Each state sets its own formula for how much child support a noncustodial parent has to pay. A given formula may, for example, base support payments on what the noncustodial parent earns, or base the amount on both parents' income. The child's needs are the top priority, but if a parent encounters financial hardship, a court can modify the payment amount. Depending on the situation, a modification can be temporary or a permanent change.
A noncustodial parent can suffer undue hardship due to a job loss, a substantial pay cut, or a temporary inability to work due to illness. The custodial parent can request a hardship-based increase in child support for similar reasons.
Each state sets its own rules for when hardship justifies modifying child support. For example, the first year a court issues a child-support order in Washington State, orders are only modified for hardship due to what state law calls "substantially changed circumstances." After a year, the law says "severe economic hardship" can justify a modification even without a change to circumstances.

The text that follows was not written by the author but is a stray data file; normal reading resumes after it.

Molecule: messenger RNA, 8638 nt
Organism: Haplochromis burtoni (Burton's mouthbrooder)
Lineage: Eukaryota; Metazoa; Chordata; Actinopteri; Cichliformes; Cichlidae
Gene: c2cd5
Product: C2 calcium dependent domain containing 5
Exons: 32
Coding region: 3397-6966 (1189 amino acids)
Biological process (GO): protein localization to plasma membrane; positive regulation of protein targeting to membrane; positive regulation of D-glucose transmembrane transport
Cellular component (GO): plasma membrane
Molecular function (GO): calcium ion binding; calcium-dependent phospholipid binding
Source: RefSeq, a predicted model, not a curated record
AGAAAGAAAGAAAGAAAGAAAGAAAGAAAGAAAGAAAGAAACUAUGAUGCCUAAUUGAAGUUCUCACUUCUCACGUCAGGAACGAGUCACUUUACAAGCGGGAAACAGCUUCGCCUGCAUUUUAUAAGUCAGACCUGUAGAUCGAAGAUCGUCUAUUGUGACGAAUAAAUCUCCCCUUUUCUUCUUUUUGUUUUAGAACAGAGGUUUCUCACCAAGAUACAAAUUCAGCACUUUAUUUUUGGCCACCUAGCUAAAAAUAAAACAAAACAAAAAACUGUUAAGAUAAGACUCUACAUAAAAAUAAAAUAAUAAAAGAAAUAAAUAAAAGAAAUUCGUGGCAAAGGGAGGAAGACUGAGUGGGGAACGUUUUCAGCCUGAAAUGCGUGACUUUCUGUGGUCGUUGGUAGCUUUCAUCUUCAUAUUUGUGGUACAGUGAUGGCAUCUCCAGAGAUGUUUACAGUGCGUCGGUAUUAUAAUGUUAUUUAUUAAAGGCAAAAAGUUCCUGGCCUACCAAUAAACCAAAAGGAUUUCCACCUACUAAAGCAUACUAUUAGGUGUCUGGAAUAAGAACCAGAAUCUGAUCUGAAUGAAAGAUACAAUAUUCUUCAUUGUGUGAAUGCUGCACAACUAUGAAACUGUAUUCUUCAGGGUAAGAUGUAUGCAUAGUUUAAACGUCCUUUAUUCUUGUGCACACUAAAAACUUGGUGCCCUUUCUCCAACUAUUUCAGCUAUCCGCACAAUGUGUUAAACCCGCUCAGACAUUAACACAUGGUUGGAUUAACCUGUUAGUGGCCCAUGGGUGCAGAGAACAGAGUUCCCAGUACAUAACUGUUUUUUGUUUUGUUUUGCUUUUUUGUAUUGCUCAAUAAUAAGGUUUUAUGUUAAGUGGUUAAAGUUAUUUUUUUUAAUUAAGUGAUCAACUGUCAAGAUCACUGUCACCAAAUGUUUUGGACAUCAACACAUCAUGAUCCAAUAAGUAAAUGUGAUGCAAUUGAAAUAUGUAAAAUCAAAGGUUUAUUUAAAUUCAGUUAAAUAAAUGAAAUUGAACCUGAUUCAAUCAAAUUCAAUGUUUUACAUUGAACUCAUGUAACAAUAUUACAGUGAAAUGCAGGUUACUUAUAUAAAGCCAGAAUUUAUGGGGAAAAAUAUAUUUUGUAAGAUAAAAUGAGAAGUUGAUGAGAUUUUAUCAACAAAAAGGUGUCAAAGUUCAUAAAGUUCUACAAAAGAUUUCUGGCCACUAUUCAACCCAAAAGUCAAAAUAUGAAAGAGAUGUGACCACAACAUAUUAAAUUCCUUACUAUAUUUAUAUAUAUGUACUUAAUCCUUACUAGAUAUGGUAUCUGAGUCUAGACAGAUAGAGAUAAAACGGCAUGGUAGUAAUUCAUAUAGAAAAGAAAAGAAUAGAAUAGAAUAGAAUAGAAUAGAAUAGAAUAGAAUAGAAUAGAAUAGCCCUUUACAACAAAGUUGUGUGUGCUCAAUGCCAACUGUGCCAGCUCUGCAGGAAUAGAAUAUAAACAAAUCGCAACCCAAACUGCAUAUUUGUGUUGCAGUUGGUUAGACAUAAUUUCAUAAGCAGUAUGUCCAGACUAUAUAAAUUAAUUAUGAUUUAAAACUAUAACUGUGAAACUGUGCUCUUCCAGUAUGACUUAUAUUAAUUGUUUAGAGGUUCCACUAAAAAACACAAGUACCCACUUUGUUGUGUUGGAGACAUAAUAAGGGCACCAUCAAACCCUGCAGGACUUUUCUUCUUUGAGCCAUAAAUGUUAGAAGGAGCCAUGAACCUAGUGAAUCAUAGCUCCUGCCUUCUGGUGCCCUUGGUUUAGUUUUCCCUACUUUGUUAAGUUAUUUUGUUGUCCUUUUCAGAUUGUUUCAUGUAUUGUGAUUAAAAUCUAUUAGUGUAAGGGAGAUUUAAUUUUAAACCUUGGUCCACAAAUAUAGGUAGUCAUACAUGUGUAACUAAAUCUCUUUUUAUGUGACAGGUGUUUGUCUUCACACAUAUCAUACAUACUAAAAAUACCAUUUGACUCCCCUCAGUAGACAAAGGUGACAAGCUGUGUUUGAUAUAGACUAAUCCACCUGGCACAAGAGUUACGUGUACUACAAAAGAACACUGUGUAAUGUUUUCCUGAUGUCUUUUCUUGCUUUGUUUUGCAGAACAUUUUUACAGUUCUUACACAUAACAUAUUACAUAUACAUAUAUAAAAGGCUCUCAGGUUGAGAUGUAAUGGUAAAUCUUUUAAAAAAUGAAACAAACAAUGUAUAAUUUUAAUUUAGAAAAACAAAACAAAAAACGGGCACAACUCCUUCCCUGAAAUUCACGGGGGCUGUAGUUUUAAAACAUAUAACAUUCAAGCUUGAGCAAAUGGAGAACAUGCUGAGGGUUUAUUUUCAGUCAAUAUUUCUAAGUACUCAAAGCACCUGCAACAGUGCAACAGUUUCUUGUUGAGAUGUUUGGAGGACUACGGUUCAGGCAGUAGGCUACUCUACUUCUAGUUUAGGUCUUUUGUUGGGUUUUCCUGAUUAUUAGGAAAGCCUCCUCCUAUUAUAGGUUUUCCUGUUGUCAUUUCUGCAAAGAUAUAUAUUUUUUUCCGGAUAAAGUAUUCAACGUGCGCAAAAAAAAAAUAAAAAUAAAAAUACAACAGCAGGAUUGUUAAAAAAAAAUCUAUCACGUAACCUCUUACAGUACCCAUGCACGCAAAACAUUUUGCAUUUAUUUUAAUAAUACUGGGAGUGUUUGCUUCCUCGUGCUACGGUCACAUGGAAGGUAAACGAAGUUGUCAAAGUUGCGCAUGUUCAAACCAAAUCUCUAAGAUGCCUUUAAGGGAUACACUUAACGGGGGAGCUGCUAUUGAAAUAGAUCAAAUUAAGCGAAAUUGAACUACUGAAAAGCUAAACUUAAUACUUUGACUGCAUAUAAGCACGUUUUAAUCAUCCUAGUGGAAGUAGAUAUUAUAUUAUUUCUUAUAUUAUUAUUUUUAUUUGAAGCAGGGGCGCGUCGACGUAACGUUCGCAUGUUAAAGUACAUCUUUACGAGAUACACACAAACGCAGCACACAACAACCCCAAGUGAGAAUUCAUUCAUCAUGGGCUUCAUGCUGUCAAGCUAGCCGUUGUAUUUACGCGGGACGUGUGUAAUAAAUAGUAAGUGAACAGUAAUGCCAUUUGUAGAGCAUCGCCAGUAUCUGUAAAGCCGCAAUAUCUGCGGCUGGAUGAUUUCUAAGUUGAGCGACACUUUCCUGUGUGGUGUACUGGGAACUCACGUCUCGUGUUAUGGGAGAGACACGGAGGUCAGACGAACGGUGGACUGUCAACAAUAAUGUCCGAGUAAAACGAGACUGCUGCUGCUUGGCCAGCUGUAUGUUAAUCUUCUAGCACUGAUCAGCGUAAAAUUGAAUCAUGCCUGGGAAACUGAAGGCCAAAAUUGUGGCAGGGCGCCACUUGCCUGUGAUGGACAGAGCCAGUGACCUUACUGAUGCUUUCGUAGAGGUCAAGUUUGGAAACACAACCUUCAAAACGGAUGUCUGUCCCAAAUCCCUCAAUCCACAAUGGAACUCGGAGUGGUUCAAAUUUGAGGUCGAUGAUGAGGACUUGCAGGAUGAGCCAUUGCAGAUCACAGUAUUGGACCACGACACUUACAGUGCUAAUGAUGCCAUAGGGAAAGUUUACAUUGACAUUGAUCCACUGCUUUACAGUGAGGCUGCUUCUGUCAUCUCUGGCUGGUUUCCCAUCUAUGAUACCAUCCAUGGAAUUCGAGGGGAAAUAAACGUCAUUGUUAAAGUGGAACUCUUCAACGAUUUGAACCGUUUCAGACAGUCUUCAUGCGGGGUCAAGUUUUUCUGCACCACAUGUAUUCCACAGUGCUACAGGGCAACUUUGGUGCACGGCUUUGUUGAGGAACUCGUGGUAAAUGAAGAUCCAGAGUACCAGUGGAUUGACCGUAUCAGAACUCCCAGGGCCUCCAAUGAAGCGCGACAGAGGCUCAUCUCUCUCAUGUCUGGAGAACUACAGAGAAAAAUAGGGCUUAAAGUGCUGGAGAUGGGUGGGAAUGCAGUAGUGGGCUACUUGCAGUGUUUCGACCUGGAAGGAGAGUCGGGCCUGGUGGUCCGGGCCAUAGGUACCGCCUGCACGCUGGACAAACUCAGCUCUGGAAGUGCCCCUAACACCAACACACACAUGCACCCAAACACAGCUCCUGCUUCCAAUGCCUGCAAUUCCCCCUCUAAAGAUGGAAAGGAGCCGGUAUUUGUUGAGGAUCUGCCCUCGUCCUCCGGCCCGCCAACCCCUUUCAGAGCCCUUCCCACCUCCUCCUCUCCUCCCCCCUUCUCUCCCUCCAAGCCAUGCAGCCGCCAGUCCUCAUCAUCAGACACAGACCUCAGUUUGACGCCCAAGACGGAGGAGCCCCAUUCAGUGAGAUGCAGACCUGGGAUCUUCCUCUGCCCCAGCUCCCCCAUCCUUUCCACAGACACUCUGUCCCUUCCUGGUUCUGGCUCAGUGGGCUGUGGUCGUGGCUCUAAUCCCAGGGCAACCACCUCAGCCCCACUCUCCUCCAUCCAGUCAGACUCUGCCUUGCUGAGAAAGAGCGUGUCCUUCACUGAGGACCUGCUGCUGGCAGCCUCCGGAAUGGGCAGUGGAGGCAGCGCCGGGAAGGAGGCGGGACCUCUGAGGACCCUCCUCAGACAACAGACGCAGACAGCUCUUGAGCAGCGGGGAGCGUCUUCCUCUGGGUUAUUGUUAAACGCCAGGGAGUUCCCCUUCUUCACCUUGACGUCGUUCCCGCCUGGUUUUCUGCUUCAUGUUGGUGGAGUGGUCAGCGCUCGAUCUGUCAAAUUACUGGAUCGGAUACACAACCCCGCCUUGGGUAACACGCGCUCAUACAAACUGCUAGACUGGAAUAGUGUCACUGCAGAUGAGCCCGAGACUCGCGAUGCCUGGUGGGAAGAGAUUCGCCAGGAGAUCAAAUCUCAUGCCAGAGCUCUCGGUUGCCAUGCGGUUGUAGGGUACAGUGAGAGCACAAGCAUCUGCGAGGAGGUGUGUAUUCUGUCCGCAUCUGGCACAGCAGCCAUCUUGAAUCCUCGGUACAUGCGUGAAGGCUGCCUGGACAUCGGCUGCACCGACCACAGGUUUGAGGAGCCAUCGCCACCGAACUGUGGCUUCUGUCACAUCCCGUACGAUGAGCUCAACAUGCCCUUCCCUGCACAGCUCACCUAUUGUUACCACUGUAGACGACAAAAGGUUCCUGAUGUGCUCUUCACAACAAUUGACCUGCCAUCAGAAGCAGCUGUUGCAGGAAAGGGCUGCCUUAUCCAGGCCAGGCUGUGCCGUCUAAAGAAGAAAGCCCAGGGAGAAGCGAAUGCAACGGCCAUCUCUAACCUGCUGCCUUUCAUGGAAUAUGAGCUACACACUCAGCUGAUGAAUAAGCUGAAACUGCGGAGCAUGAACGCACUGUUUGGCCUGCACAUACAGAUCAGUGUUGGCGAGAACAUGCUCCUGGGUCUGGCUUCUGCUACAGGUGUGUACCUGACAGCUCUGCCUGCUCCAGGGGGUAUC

Talking It Out
Either parent -- custodial or noncustodial -- can request a change in child-support payments because of undue hardship. The simplest way to arrange this, if both exes are willing, is to try negotiating the new amount between themselves. If they agree on the modification, the change still requires court approval. If both parents are on the same page, judges usually approve the requested change unless it falls way outside the state's guidelines.
To request a change in child support, a parent must follow his state's legal procedures. In Ohio, for example, a parent requests a modification through the court or through the state Child Support Enforcement Agency. To change the order through the courts, the parent must file a motion, then notify his ex. The parent requesting the change must offer proof of financial hardship. That's a requirement in any state.
If the noncustodial parent has trouble paying child support, she shouldn't wait to request a modification. Any payments she misses must be made up eventually. Suppose the parent misses four months of payments, then decides she needs a modification. Even if the judge agrees, the parent is still on the hook for four months of back child support. A modification isn't retroactive -- nothing but paying the money makes the obligation go away.